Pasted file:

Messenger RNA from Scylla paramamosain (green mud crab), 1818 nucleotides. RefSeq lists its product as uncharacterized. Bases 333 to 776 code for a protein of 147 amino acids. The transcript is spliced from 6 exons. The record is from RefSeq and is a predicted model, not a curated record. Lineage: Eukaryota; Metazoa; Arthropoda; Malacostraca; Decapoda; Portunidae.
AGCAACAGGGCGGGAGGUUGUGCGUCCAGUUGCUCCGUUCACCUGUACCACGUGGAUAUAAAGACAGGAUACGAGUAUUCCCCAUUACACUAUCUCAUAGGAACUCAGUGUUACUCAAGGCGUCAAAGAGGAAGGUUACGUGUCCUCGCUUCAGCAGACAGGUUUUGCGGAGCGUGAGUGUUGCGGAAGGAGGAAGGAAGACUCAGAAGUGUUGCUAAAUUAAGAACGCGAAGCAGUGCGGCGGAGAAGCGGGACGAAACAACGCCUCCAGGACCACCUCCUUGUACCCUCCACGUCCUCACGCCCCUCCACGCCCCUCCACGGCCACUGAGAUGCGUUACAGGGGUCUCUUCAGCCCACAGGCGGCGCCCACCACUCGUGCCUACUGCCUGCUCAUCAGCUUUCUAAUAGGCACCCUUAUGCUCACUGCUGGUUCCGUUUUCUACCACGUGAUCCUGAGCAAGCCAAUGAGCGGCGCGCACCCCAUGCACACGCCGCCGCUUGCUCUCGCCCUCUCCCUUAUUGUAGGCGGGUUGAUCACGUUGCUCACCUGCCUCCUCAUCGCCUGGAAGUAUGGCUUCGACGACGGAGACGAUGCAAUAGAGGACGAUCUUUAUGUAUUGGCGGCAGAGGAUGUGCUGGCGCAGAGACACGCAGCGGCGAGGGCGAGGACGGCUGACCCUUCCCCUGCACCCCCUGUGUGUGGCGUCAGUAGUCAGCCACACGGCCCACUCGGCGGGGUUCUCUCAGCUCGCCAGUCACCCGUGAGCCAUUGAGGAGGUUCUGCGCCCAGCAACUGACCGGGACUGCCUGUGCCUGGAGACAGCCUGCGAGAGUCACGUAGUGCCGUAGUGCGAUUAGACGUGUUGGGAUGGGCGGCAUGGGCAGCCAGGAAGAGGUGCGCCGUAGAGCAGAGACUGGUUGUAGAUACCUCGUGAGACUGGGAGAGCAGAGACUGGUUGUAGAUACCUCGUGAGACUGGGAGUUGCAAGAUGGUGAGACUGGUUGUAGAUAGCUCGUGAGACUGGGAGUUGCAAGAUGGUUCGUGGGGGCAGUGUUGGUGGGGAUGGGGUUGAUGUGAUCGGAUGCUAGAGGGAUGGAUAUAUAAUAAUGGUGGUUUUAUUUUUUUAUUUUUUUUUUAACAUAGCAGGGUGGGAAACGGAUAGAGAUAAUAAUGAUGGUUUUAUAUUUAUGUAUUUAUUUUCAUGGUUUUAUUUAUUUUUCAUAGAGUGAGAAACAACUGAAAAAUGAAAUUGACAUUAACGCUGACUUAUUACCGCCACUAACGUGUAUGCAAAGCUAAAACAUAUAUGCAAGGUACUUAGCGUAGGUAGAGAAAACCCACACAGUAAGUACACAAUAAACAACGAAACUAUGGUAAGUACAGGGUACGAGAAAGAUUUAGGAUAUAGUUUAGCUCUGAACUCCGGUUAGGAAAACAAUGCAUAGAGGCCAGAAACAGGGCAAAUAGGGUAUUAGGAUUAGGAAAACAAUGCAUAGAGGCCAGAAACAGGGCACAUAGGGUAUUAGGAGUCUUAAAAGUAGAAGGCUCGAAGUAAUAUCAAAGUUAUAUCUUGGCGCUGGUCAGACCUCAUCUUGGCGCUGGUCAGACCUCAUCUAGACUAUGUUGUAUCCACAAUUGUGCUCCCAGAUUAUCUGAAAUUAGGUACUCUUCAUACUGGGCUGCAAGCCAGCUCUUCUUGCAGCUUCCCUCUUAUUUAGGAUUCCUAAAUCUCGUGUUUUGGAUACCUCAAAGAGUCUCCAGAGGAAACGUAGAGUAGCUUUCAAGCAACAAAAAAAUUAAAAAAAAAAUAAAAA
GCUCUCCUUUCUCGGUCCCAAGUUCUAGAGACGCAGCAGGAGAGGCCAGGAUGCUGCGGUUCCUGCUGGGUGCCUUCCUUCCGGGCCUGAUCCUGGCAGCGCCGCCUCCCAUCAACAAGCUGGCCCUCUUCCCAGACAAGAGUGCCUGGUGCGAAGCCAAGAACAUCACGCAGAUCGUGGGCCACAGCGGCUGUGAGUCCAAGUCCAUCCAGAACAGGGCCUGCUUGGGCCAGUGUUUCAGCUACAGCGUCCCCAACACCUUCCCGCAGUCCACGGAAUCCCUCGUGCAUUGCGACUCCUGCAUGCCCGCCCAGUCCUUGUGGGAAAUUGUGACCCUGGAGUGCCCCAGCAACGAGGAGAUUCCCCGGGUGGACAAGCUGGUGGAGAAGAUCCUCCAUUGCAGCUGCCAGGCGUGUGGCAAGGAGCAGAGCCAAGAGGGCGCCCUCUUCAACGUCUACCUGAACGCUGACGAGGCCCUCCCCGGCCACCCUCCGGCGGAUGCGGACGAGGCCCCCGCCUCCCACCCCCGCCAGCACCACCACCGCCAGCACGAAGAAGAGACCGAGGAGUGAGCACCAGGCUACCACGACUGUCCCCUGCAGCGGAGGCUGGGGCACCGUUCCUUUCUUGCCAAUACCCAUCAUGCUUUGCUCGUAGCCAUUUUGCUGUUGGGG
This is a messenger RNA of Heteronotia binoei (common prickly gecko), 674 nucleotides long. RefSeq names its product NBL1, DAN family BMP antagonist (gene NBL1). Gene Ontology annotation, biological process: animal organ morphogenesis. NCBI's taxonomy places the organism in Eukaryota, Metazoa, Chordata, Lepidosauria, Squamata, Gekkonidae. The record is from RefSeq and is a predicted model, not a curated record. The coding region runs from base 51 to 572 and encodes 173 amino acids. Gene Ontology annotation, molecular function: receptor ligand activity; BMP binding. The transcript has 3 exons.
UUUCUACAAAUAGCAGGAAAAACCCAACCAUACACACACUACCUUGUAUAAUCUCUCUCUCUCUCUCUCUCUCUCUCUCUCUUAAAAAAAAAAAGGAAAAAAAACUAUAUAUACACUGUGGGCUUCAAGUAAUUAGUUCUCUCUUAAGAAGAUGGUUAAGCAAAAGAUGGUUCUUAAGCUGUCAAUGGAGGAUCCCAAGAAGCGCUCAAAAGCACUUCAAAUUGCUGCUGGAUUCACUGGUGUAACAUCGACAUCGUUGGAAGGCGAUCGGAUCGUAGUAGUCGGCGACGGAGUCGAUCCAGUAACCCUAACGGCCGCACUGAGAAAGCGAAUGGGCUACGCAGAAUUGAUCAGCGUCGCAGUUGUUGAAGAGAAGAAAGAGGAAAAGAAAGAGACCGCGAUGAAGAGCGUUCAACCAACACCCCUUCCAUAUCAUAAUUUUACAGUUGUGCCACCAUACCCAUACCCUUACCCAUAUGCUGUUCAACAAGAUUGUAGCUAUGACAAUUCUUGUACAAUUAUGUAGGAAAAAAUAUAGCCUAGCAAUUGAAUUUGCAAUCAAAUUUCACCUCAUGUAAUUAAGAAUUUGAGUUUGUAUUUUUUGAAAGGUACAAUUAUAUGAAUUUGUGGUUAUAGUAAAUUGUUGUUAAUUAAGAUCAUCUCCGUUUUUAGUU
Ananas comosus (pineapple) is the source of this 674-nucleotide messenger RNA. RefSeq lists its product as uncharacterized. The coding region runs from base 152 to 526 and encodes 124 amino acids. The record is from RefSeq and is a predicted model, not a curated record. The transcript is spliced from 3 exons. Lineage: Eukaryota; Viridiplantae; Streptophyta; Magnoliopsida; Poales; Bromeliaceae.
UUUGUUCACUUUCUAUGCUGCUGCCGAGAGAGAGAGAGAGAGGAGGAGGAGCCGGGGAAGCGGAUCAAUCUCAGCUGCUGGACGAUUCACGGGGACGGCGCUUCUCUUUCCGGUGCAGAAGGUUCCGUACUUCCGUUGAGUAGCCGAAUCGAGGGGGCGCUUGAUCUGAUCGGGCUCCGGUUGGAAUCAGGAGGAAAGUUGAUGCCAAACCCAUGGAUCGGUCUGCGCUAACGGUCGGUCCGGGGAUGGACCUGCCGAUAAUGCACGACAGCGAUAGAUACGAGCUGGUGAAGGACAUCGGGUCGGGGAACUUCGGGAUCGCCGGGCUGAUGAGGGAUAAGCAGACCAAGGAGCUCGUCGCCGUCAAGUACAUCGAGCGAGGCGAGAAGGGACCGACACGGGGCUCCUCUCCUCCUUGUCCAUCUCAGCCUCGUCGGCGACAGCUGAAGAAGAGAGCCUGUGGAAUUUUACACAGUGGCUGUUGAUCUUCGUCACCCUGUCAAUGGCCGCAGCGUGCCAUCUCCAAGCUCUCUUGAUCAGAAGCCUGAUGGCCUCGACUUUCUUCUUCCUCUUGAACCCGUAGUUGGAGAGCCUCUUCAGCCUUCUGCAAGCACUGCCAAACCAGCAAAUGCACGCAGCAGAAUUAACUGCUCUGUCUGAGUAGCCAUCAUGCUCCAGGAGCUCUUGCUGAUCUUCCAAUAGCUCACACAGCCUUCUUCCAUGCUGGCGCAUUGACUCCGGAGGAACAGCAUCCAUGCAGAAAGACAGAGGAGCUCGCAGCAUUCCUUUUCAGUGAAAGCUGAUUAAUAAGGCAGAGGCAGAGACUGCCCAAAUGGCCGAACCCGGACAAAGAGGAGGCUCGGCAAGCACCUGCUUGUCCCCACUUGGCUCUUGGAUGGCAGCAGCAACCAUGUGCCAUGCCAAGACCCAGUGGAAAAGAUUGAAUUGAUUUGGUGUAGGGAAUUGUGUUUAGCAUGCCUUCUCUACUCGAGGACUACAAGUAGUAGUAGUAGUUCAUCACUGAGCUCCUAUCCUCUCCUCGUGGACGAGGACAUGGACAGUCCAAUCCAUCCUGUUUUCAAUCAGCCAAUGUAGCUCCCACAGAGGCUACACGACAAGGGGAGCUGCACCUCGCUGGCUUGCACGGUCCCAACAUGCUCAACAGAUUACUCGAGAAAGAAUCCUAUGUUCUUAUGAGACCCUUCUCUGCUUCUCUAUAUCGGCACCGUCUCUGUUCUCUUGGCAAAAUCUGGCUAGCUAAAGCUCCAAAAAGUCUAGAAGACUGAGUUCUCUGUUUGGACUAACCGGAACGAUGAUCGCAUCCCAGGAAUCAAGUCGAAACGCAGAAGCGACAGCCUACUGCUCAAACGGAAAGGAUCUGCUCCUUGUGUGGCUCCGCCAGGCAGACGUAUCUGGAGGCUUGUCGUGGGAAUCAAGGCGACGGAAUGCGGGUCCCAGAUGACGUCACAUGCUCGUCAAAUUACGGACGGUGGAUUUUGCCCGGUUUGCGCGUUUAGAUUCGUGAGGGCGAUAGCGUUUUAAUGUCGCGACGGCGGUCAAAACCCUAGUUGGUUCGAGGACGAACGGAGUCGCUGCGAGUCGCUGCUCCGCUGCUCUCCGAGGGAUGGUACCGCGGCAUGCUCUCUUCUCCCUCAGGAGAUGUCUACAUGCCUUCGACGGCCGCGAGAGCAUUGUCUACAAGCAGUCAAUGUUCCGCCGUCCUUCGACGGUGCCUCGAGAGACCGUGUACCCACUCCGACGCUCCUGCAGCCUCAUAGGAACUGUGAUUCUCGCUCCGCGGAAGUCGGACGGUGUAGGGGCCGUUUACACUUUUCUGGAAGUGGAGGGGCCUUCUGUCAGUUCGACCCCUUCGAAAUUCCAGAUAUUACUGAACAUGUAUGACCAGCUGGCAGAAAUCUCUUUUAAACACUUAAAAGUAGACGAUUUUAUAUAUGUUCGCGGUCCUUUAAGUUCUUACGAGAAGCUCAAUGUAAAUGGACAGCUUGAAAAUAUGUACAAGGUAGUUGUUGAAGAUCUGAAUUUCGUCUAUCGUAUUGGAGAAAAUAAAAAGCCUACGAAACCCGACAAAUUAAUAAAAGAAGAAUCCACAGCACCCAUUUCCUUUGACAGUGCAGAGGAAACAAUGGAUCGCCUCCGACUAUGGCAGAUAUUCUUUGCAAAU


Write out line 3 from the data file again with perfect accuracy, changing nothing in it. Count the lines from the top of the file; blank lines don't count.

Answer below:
GCUCUCCUUUCUCGGUCCCAAGUUCUAGAGACGCAGCAGGAGAGGCCAGGAUGCUGCGGUUCCUGCUGGGUGCCUUCCUUCCGGGCCUGAUCCUGGCAGCGCCGCCUCCCAUCAACAAGCUGGCCCUCUUCCCAGACAAGAGUGCCUGGUGCGAAGCCAAGAACAUCACGCAGAUCGUGGGCCACAGCGGCUGUGAGUCCAAGUCCAUCCAGAACAGGGCCUGCUUGGGCCAGUGUUUCAGCUACAGCGUCCCCAACACCUUCCCGCAGUCCACGGAAUCCCUCGUGCAUUGCGACUCCUGCAUGCCCGCCCAGUCCUUGUGGGAAAUUGUGACCCUGGAGUGCCCCAGCAACGAGGAGAUUCCCCGGGUGGACAAGCUGGUGGAGAAGAUCCUCCAUUGCAGCUGCCAGGCGUGUGGCAAGGAGCAGAGCCAAGAGGGCGCCCUCUUCAACGUCUACCUGAACGCUGACGAGGCCCUCCCCGGCCACCCUCCGGCGGAUGCGGACGAGGCCCCCGCCUCCCACCCCCGCCAGCACCACCACCGCCAGCACGAAGAAGAGACCGAGGAGUGAGCACCAGGCUACCACGACUGUCCCCUGCAGCGGAGGCUGGGGCACCGUUCCUUUCUUGCCAAUACCCAUCAUGCUUUGCUCGUAGCCAUUUUGCUGUUGGGG